What it Costs to Die.

Funerals have become a luxury that many Americans can’t afford. Local governments are paying the price.

Jimmy Pollard knew his state had a serious problem surrounding death. As the coroner for Henry County and a consultant for the Kentucky Coroners Association, Pollard had seen lots of instances in which family members couldn’t afford to bury or cremate a loved one. But the problem of “funeral poverty” was getting worse.

Pollard realized just how bad things had gotten when, a few years ago, the county judge approached him and said, “I’m out of money for indigent burials this year, and I’ve got six months left to go.”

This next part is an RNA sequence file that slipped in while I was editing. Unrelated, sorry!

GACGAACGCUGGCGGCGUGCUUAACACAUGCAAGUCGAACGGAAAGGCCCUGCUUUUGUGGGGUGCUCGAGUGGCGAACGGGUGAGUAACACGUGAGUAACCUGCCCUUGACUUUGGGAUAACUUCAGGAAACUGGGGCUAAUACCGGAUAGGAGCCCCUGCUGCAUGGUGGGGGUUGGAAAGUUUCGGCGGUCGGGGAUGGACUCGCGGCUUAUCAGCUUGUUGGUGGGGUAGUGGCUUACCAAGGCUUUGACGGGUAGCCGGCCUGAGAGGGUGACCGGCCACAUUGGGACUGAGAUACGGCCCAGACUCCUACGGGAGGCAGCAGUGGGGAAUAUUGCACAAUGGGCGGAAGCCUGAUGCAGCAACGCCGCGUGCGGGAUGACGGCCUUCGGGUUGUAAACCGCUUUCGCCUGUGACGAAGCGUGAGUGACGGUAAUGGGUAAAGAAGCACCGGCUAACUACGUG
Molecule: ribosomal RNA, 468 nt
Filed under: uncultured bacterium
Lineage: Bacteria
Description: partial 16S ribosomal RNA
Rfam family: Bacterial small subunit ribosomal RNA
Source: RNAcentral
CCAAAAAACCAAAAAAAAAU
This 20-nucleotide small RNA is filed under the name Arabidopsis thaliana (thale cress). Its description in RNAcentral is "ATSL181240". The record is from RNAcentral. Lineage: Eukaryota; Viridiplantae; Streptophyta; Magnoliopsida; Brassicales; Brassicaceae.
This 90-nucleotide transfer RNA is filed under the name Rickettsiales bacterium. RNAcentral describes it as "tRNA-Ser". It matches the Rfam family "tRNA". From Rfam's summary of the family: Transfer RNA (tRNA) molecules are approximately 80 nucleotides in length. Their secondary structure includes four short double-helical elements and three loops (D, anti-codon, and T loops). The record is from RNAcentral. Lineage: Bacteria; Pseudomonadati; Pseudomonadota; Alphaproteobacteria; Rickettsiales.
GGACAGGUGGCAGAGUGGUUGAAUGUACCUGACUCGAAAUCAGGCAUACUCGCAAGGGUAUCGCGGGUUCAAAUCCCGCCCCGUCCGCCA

Despite pleas from the judge and from Pollard, neither the state nor the county has invested more money for burials. “I tried to talk to the state judges’ association,” says Pollard, “but I could tell it didn’t really soak in. More money would help, but right now is a bad time to ask for more money in Kentucky for anything, because it’s just not there.”

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June 6, 2019

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